of the revenue, accompanied it with an expres
sion of his views. He fully concurs with the
President in his opinion.againgit accession, and
therefore that all acts and ordinances of seces
sion, 80 far as the same may be, carried r into
efeet, are to be considered as ievolltionary
infractions of the supreme law of the land,
however they may be regarded as the proper
exercise of an indefeasible right of resisting
acts which are plainly unconstitutional and too
oppressive to be endured.
lie also concurs with the President that the
federal constitution has abstained from confer
ring on the federal government, or any depart
ment thereof, authority to declare and wage
oppressive war against a seceding State in
order to coerce the repeal of any act or ordi
nance of secession she may have. passed. or to
compel her to remain nominally,, as well as in
fact, a member of the federal Union. A just
conception of the constitutional authority of .
Congress combines with other, and-it is possible
higher and more commanding motives, to pre- .
scribe other measures than aggresAve and co
ercive war to remedy the grave inconveniences,
perils and evils of such secession.
In preparing the bill there has been kept
steadily in view—.
First, the obatacies of every character which
oppose any attempt by the federal government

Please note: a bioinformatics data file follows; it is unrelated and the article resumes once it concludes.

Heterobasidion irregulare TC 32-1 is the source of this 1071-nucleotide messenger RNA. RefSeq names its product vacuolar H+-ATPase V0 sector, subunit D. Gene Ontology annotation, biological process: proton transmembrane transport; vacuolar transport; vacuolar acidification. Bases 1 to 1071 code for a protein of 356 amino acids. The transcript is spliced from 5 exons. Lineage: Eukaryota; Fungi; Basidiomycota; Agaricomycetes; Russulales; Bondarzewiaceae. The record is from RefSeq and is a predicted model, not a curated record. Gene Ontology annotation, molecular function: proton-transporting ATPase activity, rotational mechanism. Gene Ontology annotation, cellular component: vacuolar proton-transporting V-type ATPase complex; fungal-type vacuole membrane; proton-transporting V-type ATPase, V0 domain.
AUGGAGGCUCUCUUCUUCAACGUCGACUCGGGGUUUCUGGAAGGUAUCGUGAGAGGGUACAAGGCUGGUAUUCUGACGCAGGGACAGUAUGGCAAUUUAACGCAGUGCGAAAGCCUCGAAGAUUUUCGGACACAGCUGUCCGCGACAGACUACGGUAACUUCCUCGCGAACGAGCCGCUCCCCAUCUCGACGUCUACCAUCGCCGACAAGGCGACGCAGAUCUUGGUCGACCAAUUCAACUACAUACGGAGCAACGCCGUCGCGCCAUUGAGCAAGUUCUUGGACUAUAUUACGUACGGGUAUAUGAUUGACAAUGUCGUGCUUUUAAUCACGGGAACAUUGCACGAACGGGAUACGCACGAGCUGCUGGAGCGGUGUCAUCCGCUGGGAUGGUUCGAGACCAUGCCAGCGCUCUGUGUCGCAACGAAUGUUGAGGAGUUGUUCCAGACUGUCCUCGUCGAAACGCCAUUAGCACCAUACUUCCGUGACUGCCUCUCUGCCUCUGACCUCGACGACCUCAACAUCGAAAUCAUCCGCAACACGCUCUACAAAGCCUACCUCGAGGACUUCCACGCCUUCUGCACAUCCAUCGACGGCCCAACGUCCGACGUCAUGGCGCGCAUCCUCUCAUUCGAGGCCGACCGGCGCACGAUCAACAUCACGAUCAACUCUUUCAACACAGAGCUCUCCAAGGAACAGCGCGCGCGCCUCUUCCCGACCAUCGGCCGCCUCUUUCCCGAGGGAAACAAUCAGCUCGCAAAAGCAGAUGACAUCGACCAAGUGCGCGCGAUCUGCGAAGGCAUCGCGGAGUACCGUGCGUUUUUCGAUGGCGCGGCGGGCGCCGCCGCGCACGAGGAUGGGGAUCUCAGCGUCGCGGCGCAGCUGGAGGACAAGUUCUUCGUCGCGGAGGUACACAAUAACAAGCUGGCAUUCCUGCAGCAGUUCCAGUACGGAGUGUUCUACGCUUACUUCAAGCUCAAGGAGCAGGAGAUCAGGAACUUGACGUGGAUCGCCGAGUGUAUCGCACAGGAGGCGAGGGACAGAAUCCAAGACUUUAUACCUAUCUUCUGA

to coerce a, State ; and
Secondly, the principle on which, as is
conceived ? the . whole coercive action of our
revenue system bas from its inception been
The bill proposes that vessels .from.a foreign
pork bound to a port within the scope of its.
provisions, shall, with its foreign cargo,, be:
liable to seizure and condemnation; and, in the
same view of applying its restrictions only to
foreign commerce, on which revenue is by law
collected, all vessels lawfully engaged in the
coastw,ise.trade are exempted from ; the . opera- .
tion of its• purely remedial and defensive opp
IL further proridea that.,when the. revenue
laws are obstructed , . aud . it : beconies -impracti
cable to coll4t, the revenue, the iiresident shall
by proclamation specify the port in which the
MEETING OF THE TEXA.SLEOISLATURE.,-ADIA.
JORITy IN NAVON, OF SECESSION, &c
New ORLEANS, Jan. 80.—Galveston dates to
the 244 L log y have been received, briogios
itoooilitti of the meeting, of the tegislattire.,—
Out of 80 mull:lore only 17 are .00-operation-
A special-coteraittee has reported in favor of
'holding a convention. But little atlentiOrt - Was